The Tampons That Fought Back By Adding a Spine

When you think of luxury goods, you probably think of things like designer handbags, jewelry, maybe even wine. You probably don’t think of basic hygiene products like toilet paper, tissues, or toothpaste, as luxury goods, and for good reason: they’re not luxury goods. But what about tampons? They’re clearly in that latter category, right?

Well, not always. In Germany, for example, goods are subject to a sales tax of 19%, but basic items are taxed at a much lower rate of 7% — or, at least, that’s how the law is supposed to work. Over time, the list of products that are taxed at this lower rate has grown and grown; as Deutsche Welle reported, the list includes hardly-necessary items such as cut flowers and pet goldfish. But guess what’s still taxed at 19%? Yep: per Deutsche Welle, if you were buying “tampons, pads, menstrual cups, and other [similar] products” as recently as last December, it came with a 19% surcharge on your receipt.

If you think that’s ridiculous, you’re not alone. Over the past few years, nearly 200,000 people signed a petition asking for the lower tax rate. And last year, a group of activists wrote a book (below) about the issue. Kind of.


This book, though, isn’t meant to be read. Sure, reports the Guardian, “the book contains stories about menstruation from biblical times to the current era.” But you won’t find many other words inside. You’ll find something else.

Let’s take a closer look. 

It’s filled with tampons.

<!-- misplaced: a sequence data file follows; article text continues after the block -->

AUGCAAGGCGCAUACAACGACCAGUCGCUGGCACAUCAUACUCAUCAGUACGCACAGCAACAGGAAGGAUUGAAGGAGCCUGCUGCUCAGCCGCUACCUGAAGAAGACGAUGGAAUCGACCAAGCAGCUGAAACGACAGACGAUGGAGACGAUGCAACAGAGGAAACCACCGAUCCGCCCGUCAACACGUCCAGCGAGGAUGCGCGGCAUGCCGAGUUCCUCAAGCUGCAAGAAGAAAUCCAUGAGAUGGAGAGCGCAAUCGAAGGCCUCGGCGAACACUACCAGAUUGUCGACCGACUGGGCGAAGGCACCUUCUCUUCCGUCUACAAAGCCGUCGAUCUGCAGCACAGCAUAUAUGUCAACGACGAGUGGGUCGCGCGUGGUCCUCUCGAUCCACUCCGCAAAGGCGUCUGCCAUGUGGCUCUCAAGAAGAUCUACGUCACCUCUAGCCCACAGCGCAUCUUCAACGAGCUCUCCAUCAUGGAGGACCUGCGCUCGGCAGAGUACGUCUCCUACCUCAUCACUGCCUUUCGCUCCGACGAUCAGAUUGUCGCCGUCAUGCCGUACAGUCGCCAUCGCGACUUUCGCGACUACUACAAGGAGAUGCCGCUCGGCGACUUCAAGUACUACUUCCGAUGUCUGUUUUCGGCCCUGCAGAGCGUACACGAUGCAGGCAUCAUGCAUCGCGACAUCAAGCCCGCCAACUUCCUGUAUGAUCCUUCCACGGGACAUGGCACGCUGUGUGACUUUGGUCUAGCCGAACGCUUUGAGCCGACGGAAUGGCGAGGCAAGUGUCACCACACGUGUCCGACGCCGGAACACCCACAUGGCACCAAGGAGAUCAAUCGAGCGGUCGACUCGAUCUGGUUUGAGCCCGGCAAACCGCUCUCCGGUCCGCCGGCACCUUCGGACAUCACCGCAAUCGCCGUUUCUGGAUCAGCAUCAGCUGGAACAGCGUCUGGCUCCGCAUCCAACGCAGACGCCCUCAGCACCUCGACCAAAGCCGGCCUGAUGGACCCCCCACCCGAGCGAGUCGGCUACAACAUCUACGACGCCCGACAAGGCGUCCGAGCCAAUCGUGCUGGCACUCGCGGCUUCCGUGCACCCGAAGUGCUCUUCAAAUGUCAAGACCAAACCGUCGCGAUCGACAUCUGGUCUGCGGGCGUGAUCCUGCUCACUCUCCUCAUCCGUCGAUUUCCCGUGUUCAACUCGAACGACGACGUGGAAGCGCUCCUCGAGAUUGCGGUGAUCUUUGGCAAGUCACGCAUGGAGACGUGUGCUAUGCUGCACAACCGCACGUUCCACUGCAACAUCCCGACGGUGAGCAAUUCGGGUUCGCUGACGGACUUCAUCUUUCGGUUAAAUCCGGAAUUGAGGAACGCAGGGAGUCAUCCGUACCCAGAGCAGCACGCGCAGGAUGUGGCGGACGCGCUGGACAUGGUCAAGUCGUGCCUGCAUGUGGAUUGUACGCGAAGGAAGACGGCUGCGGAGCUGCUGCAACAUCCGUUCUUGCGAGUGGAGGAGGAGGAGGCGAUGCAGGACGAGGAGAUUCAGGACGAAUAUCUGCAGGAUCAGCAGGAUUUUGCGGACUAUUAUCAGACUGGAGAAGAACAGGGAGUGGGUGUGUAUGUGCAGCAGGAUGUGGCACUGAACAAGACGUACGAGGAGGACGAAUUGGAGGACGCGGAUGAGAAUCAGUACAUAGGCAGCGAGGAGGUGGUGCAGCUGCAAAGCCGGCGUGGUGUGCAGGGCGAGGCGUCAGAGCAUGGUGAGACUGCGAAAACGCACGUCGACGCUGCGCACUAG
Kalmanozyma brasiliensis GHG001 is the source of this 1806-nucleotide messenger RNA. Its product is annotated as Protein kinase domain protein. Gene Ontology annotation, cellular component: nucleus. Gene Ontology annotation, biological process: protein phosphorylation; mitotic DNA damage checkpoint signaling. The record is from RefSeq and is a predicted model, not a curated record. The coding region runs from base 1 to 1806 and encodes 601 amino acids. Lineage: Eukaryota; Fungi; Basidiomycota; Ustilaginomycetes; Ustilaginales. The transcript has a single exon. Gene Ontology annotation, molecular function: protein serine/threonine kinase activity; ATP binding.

If that also seems like a ridiculous idea, you’re right — until you realize that in Germany, books are taxed at 7%. If you buy your tampons this way, in theory at least, you’ll pay a much lower tax rate. And yes, the product — containing 15 tampons — was competitively priced, at about the equivalent of $4, including the tax.

For the co-creators Ann-Sophie Claus and Sinja Stadelmaier, the goal was bigger than the book. The petition, which at the time numbered 170,000 signatures, did not cause the law to change; Claus and Stadelmaier hoped the book would. They sent a copy to 100 members of the Bundestag (the German federal parliament) and pushed out a PR campaign to back the stunt. The books sold out quickly; according to Vogue, “the first print run of The Tampon Book sold out within two days, and the second within a week.” 

As for the law? Claus and Stadelmaier succeded there, too. As of January 1, 2020, in Germany, tampons and similar items are taxed at 7%.

Bonus fact: In 1983, astronaut Sally Ride became the first U.S. woman to travel into space. Her voyage went off without a hitch, but getting there proved difficult for the engineers on her prep team — in large part because they apparently didn’t know much about women. Popular Science explains: “Engineers needed to figure out how many tampons she would need for a one-week mission. ‘Is 100 the right number?’ they asked her. ‘No. That would not be the right number,’ she replied. The engineers explained they wanted to be safe, and she assured them that they could cut that number in half without a problem.”

From the Archives: Taxed Cuts: The odd world of bagel taxes.